FILE PHOTO: San Francisco Federal Reserve Bank President Mary Daly poses at the bank’s headquarters in San Francisco, California, U.S., July 16, 2019. REUTERS/Ann Saphir./File Photo
(Reuters) – The Federal Reserve is ready to do more to help a U.S. economy ground to a sudden halt as businesses shutter and people stay home to slow the coronavirus pandemic, San Francisco Fed President Mary Daly said on Tuesday.
“The Federal Reserve is prepared to do whatever it takes within our powers to ensure that we are part of the solution of shoring up people over the virus, shoring up the American economy and putting us in the best position to grow again once the virus recedes,” Daly said in an interview with Yahoo Finance. “If we do the right thing and shelter in place and curb the spread of the virus, the economy will be in the best position to bounce back.”
With the coronavirus infecting tens of thousands of Americans and killing hundreds each day, three-quarters of the U.S. population are under orders to stay home except for essential trips to slow the spread of the virus.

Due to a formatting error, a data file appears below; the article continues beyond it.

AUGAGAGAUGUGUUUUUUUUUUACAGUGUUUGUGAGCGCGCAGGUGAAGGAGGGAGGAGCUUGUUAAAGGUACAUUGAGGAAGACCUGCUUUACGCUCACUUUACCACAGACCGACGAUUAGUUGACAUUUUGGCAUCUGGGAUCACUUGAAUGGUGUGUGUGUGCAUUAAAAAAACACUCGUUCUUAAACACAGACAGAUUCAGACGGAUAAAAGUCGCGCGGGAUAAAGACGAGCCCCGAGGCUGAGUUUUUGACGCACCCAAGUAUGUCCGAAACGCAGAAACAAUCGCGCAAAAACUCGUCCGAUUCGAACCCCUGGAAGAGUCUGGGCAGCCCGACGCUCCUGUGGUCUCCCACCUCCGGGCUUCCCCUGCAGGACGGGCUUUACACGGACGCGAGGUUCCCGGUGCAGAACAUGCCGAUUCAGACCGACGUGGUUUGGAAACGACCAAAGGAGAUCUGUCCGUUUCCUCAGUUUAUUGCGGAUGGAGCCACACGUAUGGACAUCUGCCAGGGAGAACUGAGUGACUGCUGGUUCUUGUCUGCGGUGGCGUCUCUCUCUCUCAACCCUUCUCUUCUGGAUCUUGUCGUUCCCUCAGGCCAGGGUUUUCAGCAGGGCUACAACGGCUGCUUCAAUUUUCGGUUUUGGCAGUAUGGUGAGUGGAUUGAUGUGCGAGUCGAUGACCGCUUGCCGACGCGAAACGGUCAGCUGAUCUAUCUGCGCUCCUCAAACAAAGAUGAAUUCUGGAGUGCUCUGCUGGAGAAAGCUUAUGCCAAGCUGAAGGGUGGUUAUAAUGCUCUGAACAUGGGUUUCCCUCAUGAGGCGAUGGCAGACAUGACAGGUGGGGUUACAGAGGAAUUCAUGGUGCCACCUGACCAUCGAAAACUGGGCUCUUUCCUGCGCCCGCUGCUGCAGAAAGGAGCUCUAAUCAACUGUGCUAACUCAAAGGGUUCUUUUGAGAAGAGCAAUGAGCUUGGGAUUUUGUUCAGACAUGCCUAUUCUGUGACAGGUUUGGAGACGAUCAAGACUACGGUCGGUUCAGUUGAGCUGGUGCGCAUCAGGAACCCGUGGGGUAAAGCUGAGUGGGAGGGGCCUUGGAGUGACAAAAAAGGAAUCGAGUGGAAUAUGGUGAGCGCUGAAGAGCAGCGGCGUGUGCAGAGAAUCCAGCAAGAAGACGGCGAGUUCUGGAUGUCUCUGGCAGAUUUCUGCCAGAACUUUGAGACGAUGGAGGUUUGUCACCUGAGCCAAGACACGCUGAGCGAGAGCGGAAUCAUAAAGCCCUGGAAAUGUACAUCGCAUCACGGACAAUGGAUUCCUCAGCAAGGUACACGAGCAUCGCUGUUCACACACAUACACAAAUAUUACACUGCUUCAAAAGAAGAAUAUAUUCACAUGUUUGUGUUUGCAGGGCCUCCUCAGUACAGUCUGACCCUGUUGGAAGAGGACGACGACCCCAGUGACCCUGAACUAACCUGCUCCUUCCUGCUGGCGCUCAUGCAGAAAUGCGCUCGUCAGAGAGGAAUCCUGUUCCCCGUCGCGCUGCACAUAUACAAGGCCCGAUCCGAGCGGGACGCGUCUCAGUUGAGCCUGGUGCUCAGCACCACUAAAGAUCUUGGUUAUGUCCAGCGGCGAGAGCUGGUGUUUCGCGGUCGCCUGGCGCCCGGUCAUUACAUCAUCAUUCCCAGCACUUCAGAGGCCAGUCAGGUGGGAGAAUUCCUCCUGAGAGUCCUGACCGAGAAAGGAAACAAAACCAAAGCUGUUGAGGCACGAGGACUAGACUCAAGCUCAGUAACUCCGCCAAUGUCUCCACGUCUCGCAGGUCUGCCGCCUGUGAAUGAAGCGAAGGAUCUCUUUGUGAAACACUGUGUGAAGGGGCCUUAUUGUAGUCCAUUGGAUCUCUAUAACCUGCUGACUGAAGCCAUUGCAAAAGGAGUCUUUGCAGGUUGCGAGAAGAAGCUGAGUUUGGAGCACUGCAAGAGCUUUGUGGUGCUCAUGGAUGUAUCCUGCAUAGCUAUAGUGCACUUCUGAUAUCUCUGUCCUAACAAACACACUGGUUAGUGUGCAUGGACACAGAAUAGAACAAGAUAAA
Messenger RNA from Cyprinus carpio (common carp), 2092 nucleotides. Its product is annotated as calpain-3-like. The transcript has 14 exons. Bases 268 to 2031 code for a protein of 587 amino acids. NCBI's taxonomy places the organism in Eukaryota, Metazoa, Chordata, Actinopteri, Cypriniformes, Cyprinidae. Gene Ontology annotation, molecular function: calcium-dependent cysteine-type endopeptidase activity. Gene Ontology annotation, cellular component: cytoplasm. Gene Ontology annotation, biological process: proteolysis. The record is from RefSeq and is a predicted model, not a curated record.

With businesses laying off millions of workers as demand dries up and states ordering non-essential businesses to close, the economy is likely already in recession, Daly said.
The Fed’s job, along with that of the U.S. government that on Friday finalized a $2.2 trillion rescue package, is to provide the support to financial markets, businesses and people who are doing their duty to boost the public health, Daly said. Once the pandemic threat has passed, the Fed’s programs and low interest rates will help drive the economic recovery, she said.
“The virus and its evolution will determine both the magnitude of the downturn and its duration,” Daly said, adding that Fed staff are working to manage programs already underway and stand up new ones, including the to-be-launched Main Street Lending Facility. “The virus will also determine the amount of action we have to take. These are unprecedented times and they call for unprecedented action.”
Reporting Ann Saphir; Editing by Chizu Nomiyama and Lisa Shumaker